What You Should Know About Protective Orders in Texas
February 10th, 2021 by Tad Nelson in Domestic Violence
Those who have been the victims of domestic violence in Texas can legally protect themselves by requesting a protective order. These orders are issued by the court and are specifically designed to shield petitioners from further violence. There are, however, certain procedures and rules with which petitioners must comply, so if you believe that you qualify for a protective order, you should look to an experienced Houston domestic violence lawyer. We know how serious these situations can be. Don’t hesitate to contact us to help you.
What are Protective Orders?
Protective orders provide legal protection to victims of domestic violence by requiring respondents, or those accused of committing the offense, to comply with a strict set of rules. For instance, the standard domestic violence protective order:
- Bars respondents from hurting, threatening, or harassing petitioners and their children;
- Forbids respondents from coming within a certain distance of petitioners’ homes, workplace, or their children’s schools;
- Prohibits respondents from contacting petitioners in any way, including through a third party; and
- Bars respondents from carrying a firearm, even when licensed.
Judges also have discretion to add to these restrictions, with many ordering respondents to pay child support, attend anger management classes, undergo drug testing or a substance abuse evaluation, and vacate the family home.
How Do I Request a Protective Order?
Both threats and actual physical harm fall under the definition of family violence, so when requesting this type of protective order, petitioners will need to demonstrate that they were either threatened with, or the victim of, physical violence and that they feel in imminent danger of further violence. The evidence used to prove that this fear exists or that physical violence occurred can take a number of different forms, including everything from pictures of an injury and threatening voicemails to eyewitness testimony and police reports. A petitioner may also be able to use evidence of a respondent’s prior criminal history if it includes assault or other allegations of domestic violence. If granted, protective orders have the force of law, so if a person violates the terms of a protective order, he or she can be arrested and fined.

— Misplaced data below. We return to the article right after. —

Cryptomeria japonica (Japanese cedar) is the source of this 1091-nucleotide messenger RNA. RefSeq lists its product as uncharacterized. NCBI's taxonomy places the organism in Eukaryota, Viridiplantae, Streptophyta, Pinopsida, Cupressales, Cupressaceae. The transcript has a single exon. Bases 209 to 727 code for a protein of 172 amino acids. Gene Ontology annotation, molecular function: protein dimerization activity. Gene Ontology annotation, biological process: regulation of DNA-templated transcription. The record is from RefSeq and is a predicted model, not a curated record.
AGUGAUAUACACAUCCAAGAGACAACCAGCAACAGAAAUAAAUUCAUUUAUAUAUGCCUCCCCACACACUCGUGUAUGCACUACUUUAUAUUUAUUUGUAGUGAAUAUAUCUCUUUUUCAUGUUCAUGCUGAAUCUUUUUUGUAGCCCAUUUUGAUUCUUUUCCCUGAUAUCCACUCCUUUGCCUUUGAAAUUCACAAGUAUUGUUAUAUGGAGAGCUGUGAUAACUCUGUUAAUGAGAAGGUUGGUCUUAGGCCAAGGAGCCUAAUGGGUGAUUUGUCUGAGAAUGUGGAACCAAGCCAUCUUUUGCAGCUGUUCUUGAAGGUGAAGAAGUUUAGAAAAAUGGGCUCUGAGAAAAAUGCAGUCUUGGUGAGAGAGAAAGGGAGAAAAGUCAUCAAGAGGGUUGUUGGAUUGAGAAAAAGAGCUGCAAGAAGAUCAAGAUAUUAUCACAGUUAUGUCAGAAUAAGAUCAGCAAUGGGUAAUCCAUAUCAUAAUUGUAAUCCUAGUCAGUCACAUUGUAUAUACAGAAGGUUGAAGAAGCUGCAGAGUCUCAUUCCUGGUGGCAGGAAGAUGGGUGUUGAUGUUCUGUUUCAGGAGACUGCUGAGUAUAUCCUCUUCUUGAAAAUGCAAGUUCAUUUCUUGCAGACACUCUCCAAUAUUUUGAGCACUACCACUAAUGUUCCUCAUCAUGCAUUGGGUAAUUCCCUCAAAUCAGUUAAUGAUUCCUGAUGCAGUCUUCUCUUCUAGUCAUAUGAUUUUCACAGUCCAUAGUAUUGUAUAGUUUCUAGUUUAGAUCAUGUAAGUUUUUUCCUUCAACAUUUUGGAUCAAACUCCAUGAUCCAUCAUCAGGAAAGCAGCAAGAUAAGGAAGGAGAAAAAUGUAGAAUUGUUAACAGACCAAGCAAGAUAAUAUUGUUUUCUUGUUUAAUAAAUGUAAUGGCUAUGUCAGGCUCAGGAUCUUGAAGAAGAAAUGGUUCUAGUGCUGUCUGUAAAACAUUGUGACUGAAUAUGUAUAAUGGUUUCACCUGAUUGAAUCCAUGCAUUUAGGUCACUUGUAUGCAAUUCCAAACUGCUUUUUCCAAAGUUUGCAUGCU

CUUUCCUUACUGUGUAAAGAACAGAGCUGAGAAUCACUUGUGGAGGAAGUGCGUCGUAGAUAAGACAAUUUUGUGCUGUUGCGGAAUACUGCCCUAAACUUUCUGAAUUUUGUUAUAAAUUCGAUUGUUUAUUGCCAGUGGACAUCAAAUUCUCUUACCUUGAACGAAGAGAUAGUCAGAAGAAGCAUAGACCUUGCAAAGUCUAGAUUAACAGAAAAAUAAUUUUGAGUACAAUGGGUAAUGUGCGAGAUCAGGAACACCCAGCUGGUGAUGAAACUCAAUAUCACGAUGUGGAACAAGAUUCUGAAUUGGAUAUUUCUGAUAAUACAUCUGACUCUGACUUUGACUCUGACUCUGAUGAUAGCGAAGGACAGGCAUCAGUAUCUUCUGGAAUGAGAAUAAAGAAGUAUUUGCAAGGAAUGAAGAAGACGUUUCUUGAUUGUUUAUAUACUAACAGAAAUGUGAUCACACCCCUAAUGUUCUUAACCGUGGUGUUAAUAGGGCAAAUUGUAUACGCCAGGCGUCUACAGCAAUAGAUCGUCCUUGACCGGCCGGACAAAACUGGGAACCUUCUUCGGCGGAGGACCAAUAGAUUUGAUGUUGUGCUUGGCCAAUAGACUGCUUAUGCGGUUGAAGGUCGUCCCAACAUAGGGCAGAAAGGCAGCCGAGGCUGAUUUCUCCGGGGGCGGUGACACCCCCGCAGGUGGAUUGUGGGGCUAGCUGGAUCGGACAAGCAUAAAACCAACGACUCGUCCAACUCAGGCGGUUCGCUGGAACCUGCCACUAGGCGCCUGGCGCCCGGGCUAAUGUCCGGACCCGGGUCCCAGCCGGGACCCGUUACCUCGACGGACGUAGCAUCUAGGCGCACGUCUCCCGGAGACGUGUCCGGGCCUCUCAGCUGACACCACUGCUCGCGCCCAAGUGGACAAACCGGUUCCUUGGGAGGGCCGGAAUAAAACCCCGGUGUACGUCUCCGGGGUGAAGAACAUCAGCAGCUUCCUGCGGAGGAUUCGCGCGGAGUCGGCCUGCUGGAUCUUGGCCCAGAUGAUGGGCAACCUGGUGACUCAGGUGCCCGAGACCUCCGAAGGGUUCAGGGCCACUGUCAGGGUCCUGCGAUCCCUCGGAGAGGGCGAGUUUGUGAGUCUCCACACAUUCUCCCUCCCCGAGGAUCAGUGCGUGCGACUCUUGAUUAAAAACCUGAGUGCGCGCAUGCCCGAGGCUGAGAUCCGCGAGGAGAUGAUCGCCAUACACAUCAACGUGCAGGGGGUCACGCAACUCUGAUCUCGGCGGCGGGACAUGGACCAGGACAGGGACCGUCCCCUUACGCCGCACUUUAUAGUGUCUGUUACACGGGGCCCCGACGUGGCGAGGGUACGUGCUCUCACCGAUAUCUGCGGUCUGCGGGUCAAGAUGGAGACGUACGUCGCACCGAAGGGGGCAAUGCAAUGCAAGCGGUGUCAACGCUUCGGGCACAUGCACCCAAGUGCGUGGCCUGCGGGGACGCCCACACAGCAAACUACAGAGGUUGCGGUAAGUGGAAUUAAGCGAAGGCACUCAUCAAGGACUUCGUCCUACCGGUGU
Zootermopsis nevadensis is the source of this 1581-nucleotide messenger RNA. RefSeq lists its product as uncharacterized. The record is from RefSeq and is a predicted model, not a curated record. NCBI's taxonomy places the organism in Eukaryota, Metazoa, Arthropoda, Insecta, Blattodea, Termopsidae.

How Long do Protective Orders Remain in Effect?
The amount of time that a protective order will remain in effect depends on a few different factors, including:
- Whether the order is temporary or permanent;
- The seriousness of the harm suffered by the petitioner;
- Whether children were present during the incident;
- Whether the respondent was arrested;
- Whether there is a history of violence in the household; and
- The likelihood of future violence.
While protective orders can last for any duration, including life, most family violence orders remain in effect for two years.
Call Today for Help
Although you don’t technically need an attorney to obtain a protective order, those accused of domestic violence usually retain one, which can put victims at a disadvantage when it comes to protecting their legal rights. To learn more about how an experienced Houston domestic violence lawyer could help with the filing of your own request for a protective order, please call The Law Offices of Tad Nelson & Associates at 281-962-7817 today.